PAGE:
More formally stated, a block summary can be expressed using the following information:
Atom::=Source(i)|Parameter(i)|PC in
Classification::=Set of Atom
LocalMap::=Block→Local→Classification
SinkMap::=Block→Sink(i)→Classification
PCMap::=Block→Classification
MutableState::=Kinds(i)→Classification
References::=Set of (Kinds(i)×Kinds(i)).

The LocalMap, SinkMap, PCMap, MutableState, and References can be used to express the transformation between the pre-state of a block and the post-state of a block, for each of the L, S, PC, M, and R components, respectively. PCin refers to the PC information that is “input” to the block.

To compute the post-state of any block, the static analysis module 302 considers the change in state produced by the symbolic execution of each statement in the block, with respect to each component of the state information. Different statements produce different types of transformations. For example, consider a program which contains the following types of statements. A first type of program statement is a simple assignment from one local variable to another. A second type of program statement corresponds to a primitive property invocation of parameters x1, . . . , x2, binding the results to a variable r. A third type of program statement corresponds to an action invocation with parameters x1, . . . , xm, binding the result of the action to r1, . . . , rn. A fourth type of program corresponds to an assume statement arising from conditional branches.

As a preliminary step, the static analysis module 302 can annotate all primitive properties with a set ReadsMutable that includes the indices of parameters whose mutable state is read by the property. The static analysis module 302 further provides a set WritesMutable that includes the parameter indices of parameters whose mutable state is written by the property. An index 0 in the WritesMutable set indicates whether the mutable state of the result depends on the classification of all the inputs to the property. Additionally, the static analysis module 302 provides a set EmbedsLinks that contains the set of edges between kinds that are potentially established by the property as references from the mutable state of one value to another.

The following description sets forth the statement transformations produced by the different statements identified above. In the following, the symbols L, PC, M, and R refer to the states of the components prior to the symbolic execution of the statement in question. The symbols L′, PC′, M′, and R′ refer to the states of the components after the execution of the statement.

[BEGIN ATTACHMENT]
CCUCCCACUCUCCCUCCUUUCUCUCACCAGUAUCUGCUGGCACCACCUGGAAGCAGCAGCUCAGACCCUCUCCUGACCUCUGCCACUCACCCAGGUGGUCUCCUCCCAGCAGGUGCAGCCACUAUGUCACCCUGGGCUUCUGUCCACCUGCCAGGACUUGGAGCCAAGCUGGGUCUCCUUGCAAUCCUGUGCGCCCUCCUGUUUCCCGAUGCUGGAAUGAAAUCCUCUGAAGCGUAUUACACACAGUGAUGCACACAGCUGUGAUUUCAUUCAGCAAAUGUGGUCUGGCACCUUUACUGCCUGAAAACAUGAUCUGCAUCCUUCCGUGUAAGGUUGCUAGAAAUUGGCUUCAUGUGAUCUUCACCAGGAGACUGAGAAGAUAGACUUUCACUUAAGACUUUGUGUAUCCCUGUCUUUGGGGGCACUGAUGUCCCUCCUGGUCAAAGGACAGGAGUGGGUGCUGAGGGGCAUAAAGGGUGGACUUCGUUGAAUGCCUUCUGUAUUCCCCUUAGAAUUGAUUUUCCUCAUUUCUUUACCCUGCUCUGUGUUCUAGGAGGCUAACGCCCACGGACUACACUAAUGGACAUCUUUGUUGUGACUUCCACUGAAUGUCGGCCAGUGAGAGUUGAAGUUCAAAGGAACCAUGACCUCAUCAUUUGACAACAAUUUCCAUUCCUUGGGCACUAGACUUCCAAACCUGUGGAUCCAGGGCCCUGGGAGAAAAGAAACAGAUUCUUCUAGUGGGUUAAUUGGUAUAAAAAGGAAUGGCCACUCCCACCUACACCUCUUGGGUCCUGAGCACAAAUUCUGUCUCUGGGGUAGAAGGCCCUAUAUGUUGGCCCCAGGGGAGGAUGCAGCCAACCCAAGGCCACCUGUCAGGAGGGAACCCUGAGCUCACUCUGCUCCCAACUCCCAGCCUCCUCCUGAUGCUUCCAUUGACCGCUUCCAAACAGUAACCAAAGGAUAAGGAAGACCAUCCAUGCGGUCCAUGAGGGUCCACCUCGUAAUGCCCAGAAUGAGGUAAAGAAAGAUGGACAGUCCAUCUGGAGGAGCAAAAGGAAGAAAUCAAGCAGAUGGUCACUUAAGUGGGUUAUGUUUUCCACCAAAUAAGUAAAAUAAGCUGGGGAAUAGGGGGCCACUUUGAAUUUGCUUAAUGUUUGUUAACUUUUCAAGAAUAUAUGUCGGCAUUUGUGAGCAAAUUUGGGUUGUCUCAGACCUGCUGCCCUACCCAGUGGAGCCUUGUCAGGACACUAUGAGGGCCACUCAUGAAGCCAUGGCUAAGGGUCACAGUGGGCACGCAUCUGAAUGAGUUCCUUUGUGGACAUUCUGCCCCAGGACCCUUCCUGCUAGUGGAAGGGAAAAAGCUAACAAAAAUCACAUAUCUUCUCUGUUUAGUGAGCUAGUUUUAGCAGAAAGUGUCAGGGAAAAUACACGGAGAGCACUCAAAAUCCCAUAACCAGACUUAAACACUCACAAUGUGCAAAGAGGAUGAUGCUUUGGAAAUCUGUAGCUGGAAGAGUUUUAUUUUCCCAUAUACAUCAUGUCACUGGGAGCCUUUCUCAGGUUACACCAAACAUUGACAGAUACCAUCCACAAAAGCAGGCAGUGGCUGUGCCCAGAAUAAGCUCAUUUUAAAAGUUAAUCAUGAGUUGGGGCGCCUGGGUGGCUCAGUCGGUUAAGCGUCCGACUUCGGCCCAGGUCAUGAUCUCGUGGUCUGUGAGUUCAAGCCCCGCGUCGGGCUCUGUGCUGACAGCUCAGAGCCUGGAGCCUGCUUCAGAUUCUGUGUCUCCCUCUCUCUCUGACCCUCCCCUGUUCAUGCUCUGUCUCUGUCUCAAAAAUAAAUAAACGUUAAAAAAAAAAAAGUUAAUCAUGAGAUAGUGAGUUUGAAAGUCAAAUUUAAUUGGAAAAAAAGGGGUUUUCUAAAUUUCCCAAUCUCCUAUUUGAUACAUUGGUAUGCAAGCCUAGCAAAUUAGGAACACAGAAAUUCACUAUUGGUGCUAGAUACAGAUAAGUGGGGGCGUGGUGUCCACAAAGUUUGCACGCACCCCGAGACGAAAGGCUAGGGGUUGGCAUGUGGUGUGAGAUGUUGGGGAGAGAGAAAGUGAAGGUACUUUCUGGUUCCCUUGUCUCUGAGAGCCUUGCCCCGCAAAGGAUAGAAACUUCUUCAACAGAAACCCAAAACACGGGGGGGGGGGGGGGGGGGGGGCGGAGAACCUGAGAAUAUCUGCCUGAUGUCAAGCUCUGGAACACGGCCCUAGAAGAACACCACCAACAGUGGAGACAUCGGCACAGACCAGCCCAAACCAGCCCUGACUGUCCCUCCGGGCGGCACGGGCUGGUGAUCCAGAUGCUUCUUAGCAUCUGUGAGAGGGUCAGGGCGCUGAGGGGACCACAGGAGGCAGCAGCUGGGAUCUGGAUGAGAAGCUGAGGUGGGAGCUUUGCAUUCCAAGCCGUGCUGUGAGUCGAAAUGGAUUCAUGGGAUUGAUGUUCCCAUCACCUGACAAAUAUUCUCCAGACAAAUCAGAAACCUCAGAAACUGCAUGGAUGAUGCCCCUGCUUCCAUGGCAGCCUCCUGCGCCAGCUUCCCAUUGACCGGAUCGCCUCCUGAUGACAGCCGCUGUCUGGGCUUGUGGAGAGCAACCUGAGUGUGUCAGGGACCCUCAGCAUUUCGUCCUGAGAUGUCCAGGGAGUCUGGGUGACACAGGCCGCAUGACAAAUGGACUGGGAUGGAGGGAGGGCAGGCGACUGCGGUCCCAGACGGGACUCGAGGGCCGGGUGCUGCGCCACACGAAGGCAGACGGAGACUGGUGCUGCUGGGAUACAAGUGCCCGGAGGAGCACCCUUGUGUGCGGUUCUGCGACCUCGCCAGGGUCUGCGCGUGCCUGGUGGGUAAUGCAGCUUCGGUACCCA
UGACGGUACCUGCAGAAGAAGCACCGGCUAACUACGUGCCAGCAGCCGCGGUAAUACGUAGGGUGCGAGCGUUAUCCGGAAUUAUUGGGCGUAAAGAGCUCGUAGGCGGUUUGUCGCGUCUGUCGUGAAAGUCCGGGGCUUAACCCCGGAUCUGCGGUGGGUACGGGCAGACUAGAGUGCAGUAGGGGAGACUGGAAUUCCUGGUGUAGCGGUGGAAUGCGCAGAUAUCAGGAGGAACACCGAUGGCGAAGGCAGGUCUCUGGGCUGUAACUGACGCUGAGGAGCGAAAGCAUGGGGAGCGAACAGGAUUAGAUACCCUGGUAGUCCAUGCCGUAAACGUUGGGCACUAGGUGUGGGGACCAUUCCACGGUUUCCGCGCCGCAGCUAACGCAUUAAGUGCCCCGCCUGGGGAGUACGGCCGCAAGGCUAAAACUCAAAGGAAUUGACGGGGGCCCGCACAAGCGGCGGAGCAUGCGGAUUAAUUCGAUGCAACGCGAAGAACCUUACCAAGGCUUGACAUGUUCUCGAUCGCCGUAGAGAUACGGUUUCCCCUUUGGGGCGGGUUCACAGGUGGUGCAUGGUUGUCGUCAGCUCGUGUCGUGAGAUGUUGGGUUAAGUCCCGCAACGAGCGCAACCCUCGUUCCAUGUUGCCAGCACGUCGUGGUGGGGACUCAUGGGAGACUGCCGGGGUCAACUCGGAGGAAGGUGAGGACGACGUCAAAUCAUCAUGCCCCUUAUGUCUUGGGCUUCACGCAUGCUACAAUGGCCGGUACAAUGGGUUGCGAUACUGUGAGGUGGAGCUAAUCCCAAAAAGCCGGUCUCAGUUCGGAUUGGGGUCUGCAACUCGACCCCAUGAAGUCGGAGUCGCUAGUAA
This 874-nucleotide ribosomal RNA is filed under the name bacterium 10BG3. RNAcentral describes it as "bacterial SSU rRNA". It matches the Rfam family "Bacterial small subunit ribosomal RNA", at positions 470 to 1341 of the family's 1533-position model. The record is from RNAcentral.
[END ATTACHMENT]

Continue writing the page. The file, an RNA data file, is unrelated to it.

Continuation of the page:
(1) First type of statement: x:=y.

The transformations produced by the first type of statement is given by:
L′=L[x

Figure US09104528-20150811-P00001
L(y)∪PC]
PC′=PC
M′=M
R′=R
S′=S.

These equations indicate that the post-state has the same PC, M, R, and S components as the initiate pre-state. For the L component, the static analysis module 302 defines the post-state L′ to correspond to the local variable information for the variable y, subject to the implicit flow tracked by the PC information.

(2) Second type of statement: r:=p(x1, . . . , xn).

To compute the transformation for this statement, the static analysis module 302 first computes the input classification, which consists of the classification of all input parameters and the classification of all kinds for which there is a parameter annotated with ReadsMutable, that is:

Common = PC Sources p i L ( x i ) j ReadsMutable p Cl ( M , R , kind ( x j ) ) .

The helper function Cl(M,R,kind(x)) computes the union of the classification of all kinds j reachable from i via edges in R. Note that Reach(R,i,i) is true for all R. The helper function can be expressed as:
Cl(M,R,i)={M(j)|Reach(R,i,j)}.

With this information, the static analysis module 302 can now update the state information as follows:

L = L [ r Common ] PC = PC M ( i ) = { M ( i ) Common if j WritesMutable p and Reach ( R , kind ( x j ) , i ) M ( i ) otherwise R = R EmbedsLinks p S ( i ) = { S ( i ) Common if i Sinks p S ( i ) otherwise .

(3) The third type of statement: r1, . . . , rn=a(x1, . . . , xm).

The static analysis module 302 first updates Mpre(entrya) to M ␣ Mpre(entrya) and Rpre(entrya) to R␣ Rpre(entrya). If necessary, the static analysis module 302 updates changes through blocks of a. The static analysis module 302 uses the state at the exit block of a as the summary of a to be applied at the current invocation. Since the summary contains some symbolic information for parameter classification and pc classification, the static analysis module 302 first instantiates the exit block information with the invocation site information. Let σ represent the substitution:
σ=[PC in

Figure US09104528-20150811-P00001
PC,Parameter(i)
Figure US09104528-20150811-P00001
L(x i)].

The static analysis module 302 then computes the instantiated versions of the exit block summary information as follows:
L s=σ(L post(exita))
M s=σ(M post(exita))
R s=σ(R post(exita))
S s=σ(S post(exita)).

Note that no PC information flows out of the action. Let r′1, . . . , r′n represent the result local variables in action a. The final states after the invocation of the action a are then:
L′=L[r i

Figure US09104528-20150811-P00001
L s(r′ i)]
PC′=PC
M′=M␣M s
R′=R∪R s
S′=S␣S s.

(4) Fourth type of statement: assume(x) or assume (not x).

The output state after the execution of this type of statement correspond to:
L′=L
PC′=PC∪L(x)
M′=M
R′=R
S′=S.

Note that assume statements causes the PC classification to be augmented with the classification of the condition.